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ATF: Honey Badger Pistol Now a ‘Short-Barreled Rifle,’ Subject to Transfer Tax Because of Brace

By: José Niño

Firearms manufacturer Q, LLC has been placed under the bureaucratic microscope for its “Honey Badger” pistol.

In early August, the ATF sent Q a letter stating that the firearms manufacturer’s Honey Badger pistol classifies as a “short-barreled” rifle simply for featuring a stabilizing brace. The ATF’s Firearms and Ammunition Technology Division (FATD) determined, “[T]he objective features of the Honey Badger firearm, configured with the subject stabilizing brace, indicate the firearm is designed and intended to be fired from the shoulder,” after conducting a review on a sample of the Honey Badger pistol. Due to this change in classification, the National Firearms Act (NFA) must be applied to this firearm. As a result, this firearm will have a $200 transfer tax imposed on it in accordance to the NFA’s guidelines.

On October 6, 2020, Q sent a letterto its customers highlighting what the firearms manufactures has had to put up with in their dealings with the ATF. It read as follows:

Dear Customer:
On August 3rd, 2020, the Bureau of Alcohol, Tobacco, Firearms and Explosives (“ATF”) issued Q® a formal Cease & Desist letter, notifying us that ATF has taken the position that the Q Honey Badger Pistol is a short-barreled rifle (“SBR”) regulated under the National Firearms Act (“NFA”).  In response, Q has ceased all production of the Honey Badger Pistol, and submitted a comprehensive letter to ATF and the Department of Justice (“DOJ”) stating why we disagree with this classification[1]. Additionally, we have provided recommendations on how to address the firearms already in circulation. Q is seeking solutions that best protect you, the individual, and Q’s distribution network from falling out of compliance with ATF regulations, and federal law. At this time, Q has not received any definitive guidance from the ATF.

Curiously, starting in 2012, the ATF came to the conclusion that firearms equipped with stabilizing braces are not “designed, made, and intended to be fired from the shoulder.” As a result of this previous decision, pistol braces did not fall under the regulatory umbrella of the NFA.

Like any unaccountable government agency, the ATF is now changing the rules of the game. The arbitrary reclassification of firearms presents a huge headache for gun manufacturers, vendors, and owners alike. Unfortunately, that’s how these regulatory monstrosities work, and they will continue to operate in such a fashion unless they are stripped of their powers.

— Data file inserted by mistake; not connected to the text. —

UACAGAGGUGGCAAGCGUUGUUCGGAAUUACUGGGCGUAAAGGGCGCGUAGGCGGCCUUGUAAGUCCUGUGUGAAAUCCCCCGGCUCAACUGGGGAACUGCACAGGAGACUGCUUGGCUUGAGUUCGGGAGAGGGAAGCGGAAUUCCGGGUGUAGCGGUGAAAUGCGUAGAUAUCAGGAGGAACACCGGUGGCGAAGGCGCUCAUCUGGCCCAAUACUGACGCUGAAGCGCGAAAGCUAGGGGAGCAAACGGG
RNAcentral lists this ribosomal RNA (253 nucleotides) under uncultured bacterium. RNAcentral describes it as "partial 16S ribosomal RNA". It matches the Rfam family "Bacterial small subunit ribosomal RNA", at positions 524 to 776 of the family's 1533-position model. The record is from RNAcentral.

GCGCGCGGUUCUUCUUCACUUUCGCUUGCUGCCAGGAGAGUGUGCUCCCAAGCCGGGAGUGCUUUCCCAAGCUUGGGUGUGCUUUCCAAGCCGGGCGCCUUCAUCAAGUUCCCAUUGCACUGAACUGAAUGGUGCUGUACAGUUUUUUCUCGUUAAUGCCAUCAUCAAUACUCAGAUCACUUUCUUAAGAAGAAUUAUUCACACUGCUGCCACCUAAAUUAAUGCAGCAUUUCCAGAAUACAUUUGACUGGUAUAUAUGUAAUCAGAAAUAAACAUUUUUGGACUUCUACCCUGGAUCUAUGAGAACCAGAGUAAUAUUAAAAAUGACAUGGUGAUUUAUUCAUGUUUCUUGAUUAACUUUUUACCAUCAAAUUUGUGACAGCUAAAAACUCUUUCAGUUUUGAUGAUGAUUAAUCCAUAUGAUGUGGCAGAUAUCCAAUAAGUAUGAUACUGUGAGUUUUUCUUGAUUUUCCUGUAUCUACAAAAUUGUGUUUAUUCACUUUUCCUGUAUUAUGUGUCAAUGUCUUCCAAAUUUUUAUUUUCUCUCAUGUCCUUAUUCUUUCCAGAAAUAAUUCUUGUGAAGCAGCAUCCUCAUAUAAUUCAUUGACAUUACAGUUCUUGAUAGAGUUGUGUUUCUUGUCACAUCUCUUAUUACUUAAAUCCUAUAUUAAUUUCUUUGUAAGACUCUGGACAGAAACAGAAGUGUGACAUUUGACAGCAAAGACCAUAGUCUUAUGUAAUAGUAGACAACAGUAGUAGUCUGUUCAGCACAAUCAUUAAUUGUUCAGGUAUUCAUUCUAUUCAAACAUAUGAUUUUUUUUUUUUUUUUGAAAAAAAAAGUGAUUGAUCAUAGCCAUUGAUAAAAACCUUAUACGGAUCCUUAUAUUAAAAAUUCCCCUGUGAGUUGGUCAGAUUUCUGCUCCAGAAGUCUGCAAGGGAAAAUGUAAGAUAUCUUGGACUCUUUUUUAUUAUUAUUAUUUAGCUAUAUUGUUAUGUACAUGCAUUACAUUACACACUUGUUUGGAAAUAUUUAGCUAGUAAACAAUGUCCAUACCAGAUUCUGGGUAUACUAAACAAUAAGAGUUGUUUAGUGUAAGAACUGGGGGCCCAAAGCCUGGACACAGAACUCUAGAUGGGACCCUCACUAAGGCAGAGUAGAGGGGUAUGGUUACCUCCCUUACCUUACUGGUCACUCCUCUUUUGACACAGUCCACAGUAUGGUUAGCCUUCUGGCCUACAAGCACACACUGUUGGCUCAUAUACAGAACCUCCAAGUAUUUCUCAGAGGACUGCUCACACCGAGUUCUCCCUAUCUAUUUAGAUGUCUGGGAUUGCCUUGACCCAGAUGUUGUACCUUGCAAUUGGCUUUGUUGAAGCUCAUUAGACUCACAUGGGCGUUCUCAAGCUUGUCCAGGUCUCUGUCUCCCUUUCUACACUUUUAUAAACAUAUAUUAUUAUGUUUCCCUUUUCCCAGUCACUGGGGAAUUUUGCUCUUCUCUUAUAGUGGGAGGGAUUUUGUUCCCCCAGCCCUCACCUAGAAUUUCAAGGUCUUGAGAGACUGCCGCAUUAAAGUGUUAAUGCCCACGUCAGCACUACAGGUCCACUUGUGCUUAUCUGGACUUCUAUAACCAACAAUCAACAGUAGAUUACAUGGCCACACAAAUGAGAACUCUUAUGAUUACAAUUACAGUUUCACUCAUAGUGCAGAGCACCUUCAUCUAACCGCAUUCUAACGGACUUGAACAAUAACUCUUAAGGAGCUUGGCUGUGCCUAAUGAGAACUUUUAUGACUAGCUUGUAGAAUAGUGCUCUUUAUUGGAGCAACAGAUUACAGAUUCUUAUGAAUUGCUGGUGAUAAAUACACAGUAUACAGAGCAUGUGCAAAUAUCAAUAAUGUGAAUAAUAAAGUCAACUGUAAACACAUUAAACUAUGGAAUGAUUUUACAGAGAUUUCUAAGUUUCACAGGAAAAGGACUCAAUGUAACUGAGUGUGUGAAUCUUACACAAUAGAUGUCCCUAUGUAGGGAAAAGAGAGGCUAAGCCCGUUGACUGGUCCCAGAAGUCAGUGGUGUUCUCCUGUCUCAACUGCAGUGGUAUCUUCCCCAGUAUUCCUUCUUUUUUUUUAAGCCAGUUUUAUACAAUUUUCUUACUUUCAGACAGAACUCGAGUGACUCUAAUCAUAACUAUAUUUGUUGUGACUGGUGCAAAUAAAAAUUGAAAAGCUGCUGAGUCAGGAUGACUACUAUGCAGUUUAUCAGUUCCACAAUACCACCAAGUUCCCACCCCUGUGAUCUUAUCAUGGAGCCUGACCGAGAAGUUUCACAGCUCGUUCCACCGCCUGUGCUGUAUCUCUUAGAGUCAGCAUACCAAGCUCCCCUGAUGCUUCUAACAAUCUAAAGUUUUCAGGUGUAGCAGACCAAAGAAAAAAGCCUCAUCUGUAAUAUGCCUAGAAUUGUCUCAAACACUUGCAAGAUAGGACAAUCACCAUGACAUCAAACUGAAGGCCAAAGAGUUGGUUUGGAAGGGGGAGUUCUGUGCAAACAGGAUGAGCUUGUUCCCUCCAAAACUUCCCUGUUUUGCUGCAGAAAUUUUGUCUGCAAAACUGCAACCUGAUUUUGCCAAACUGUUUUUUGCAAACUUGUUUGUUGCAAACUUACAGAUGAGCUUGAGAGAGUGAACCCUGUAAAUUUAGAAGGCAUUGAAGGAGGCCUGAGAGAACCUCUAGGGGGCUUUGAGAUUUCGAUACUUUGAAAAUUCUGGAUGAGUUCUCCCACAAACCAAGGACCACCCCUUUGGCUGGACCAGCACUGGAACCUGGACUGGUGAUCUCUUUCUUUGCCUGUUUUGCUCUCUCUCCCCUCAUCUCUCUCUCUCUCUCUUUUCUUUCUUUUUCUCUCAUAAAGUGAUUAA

Thankfully, a number of organizations weren’t going to put up with the ATF’s underhanded ways of attacking the Second Amendment. In a statement released on October 6, 2020, the Firearms Policy Coalition criticizedthe ATF’s decision to classify the Honey Badger pistol as a short-barreled rifle. The grassroots gun rights group asserted that this action was “devoid of logic and reason, contains no explanation as to the manner in which it arrived at its conclusion, conflicts with its prior determinations, and embodies the very essence of ‘arbitrary and capricious.’”

The National Association for Gun Rights (NAGR) also had choice words about the ATF’s decision. NAGR’s President Dudley Brown said:

“This is an extremely dangerous opinion by the ATF. Right now, the most popular AR-15 build is the ‘pistol brace’ version, and this Honey Badger ruling could signal the ATF is pulling the rug out from that growing section of American gun owners.
“As long as our gun rights are funneled through a Federal regulatory bureaucracy like the ATF, freedom will always take a back seat to authoritarian control.”

Gun owners must be on the lookout for not just anti-Second Amendment legislation being moved forward, but also regulatory edicts that transgress on our right to self-defense.

With all this talk about defunding the police, how about we defund the ATF instead? This would be a net positive for America and keep the ATF from further harassing lawful gun owners.

Photo Credit: liveqordie.com

José Niño is a freelance writer based in Austin, Texas. Sign up for his mailing list here. Contact him via Facebook, Twitter, or email him at joseinpolitics@gmail.com. Get his e-book, The 10 Myths of Gun Control, here.

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